Brain Health

Men and Women May Receive Different Advice for Heart Disease Prevention

Research shows that heart and brain health are inextricably linked, which means that heart disease prevention isn’t just important to keep our bodies healthy, but also our brains.

Although heart disease is the leading cause for both men and women, new research indicates that doctors may treat male and female patients differently when it comes to preventing the disease.

The research, which was presented at the European Society of Cardiology Asia 2022 conference, found that:

• Men were 20% more likely to be prescribed statins

• Women were 27% more likely to be told to lose weight

• Women were 38% more likely to receive recommendations to exercise

• Women were 27% more likely to be told to reduce their salt intake

• Women were 11% more frequently told to reduce their fat or calorie consumption

Although the guidelines for maintaining heart health should be similar for men and women, this isn’t the first time a study has shown discrepancies based on biological sex or gender. In 2020, a study published in the journal Circulation: Heart Failuresuggested that doctors seemed to treat women who have had a heart attack less aggressively than men.

Analyzing the data

For the newest study, Harvard Medical School and Massachusetts General Hospital cardiology clinical researcher Dr. Prima Wulandari analyzed the data from the 2017-2020 National Health and Nutrition Examination Survey (NHANES). The survey uses physical examinations and interviews to assess the health of adults and children in the United States.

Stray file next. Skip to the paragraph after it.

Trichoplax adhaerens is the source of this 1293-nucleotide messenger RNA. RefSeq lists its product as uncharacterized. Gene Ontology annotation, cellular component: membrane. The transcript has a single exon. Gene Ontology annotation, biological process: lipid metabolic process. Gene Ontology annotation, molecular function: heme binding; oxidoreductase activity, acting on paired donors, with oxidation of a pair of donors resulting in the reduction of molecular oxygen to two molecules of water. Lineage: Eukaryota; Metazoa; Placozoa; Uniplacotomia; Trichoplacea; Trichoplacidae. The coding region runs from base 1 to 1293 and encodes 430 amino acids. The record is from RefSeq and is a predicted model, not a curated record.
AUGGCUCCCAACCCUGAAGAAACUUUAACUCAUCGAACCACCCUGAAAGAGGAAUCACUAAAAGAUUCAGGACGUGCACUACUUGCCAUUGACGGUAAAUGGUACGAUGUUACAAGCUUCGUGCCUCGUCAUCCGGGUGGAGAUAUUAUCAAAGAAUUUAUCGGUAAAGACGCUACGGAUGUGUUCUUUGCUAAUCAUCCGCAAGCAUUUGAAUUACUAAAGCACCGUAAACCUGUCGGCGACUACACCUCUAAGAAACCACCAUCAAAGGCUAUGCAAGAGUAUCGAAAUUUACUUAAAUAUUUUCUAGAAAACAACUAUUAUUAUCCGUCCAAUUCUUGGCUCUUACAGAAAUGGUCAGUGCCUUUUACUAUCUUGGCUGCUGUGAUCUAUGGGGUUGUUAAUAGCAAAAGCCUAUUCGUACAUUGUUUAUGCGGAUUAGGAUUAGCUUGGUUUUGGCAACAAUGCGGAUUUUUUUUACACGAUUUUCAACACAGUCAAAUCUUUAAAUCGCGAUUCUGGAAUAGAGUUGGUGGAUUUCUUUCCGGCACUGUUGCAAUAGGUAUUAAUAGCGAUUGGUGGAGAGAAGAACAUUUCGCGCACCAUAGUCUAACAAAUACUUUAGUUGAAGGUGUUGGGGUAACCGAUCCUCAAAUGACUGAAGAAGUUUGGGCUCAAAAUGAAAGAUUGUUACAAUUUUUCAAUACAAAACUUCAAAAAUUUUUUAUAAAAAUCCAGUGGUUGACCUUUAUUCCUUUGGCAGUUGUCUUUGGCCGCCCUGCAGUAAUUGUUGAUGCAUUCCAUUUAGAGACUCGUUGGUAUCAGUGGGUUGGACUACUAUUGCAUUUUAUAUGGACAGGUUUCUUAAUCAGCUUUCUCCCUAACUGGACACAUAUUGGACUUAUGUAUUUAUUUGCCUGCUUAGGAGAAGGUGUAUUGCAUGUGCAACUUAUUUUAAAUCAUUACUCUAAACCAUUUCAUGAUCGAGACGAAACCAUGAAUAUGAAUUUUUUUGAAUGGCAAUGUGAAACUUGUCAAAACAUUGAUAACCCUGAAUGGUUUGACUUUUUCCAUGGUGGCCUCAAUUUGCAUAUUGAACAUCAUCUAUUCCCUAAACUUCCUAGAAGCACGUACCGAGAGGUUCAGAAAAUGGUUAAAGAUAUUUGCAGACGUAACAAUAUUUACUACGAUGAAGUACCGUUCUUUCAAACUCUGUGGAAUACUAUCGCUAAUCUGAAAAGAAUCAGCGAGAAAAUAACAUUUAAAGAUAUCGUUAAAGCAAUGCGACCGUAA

Dr. Wulandari looked at the data for 8,512 healthy participants between 40 and 79 and used the ADCVD Risk Estimator to estimate the 10-year risk of developing cardiovascular disease. Of those, she chose 2,924 participants who had a big enough risk for developing cardiovascular disease that they would qualify to receive statins.

But after adjusting for CVD risk, age, BMI, resting heart rate, depression score and educational attainment, Dr. Wulandari calculated the odds of males vs. females being prescribed statins therapy and receiving advice to exercise, lose weight, reduce salt intake and reduce fat or calorie consumption. Although a risk estimator should have leveled the playing field for male and female patients, it did not. (See stats above.)

Potential reasons for sex and gender bias

Despite the Center for Disease Control and Prevention reporting that nearly as many women die of heart disease as men each year, there may still be a misconception among healthcare provider that women have a lower risk of cardiovascular disease than men.

“Do we think women will be more able to change [their] lifestyle?” asked Smidt Heart Institute at Cedars-Sinai Director of Preventative Cardiology Dr. Martha Gulati. “Or that they have more potential lifestyle [or] behaviors that should be modified compared to men?”

Additionally, the American College of Cardiology reports that only 10-15% of cardiologists are women, leaving some women to feel that they have fewer options to find female providers if they don’t feel “heard” by their male cardiologist. The good news: women’s heart health clinics are increasing around the country, giving women more options to get great medical care from professionals who specialize in women’s heart health.


Wendy Burt-Thomas writes about the brain, mental health and parenting.

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